“When My Mother Came to Stay” is taken from Yaa Gyasi’s forthcoming novel, Transcendent Kingdom (available on September 1). To mark the excerpt’s publication in The Atlantic, Gyasi and Oliver Munday, a senior art director of the magazine, discussed it over email. Their conversation has been lightly edited for clarity.
Oliver Munday: Your debut novel, Homegoing, is a work of breathtaking sweep, spanning eight generations and two continents. “When My Mother Came to Stay” is a more intimate story concerning the relationship between a mother and daughter. Can you describe the changes in the writing process that emerged while working with a narrower lens?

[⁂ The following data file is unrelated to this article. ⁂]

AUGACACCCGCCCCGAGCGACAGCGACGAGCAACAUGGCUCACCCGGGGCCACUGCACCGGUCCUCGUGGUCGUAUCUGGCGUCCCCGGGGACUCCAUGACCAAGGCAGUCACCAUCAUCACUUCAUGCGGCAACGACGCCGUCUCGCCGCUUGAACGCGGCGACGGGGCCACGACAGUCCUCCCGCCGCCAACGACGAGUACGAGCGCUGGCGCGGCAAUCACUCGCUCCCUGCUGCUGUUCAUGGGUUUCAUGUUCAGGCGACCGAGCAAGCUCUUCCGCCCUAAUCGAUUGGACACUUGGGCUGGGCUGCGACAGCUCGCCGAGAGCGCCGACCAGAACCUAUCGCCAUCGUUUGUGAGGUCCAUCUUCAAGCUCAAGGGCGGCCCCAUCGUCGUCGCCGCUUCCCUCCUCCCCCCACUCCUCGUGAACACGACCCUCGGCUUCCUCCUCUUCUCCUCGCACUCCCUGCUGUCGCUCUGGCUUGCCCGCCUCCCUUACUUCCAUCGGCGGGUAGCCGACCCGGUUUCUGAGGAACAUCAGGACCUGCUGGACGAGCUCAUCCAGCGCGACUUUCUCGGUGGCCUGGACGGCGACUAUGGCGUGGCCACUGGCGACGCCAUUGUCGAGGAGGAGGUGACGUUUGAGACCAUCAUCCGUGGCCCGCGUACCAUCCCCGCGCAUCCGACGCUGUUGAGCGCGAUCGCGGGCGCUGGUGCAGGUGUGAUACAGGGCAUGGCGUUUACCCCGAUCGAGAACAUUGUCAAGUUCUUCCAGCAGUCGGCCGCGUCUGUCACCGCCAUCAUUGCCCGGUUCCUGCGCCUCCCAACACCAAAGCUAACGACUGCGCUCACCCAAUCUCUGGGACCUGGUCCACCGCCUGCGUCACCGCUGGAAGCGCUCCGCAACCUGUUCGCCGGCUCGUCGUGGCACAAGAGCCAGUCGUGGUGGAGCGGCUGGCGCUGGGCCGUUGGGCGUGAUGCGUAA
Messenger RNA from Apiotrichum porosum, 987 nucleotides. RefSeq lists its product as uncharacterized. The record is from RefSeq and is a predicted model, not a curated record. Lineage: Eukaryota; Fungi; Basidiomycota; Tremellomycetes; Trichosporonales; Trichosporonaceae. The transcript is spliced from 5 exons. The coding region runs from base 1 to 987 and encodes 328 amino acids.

Yaa Gyasi: I had hoped to find the writing process for my second novel easier, but instead I encountered new challenges. Homegoing, structurally speaking, was quite tight—14 chapters, each set in a new time period with a new point-of-view character. The notable historical events that often marked the passage of time from chapter to chapter offered another constraint, so while the book as a whole was sweeping, the chapters were narrow in scope. Transcendent Kingdom is loose by comparison, and that looseness threw me at first. I’d never written fiction that stays with a single character for hundreds of pages; it almost felt like too much freedom. I worried that the intimacy of the story would come at the cost of narrative momentum, but this caused me to think about structure in an unexpected way. In “When My Mother Came to Stay,” that intimacy itself—that tenderness—is the propulsive quality. We are watching this woman’s relationship with her mother change, and the tension inherent in that process is what drives the story.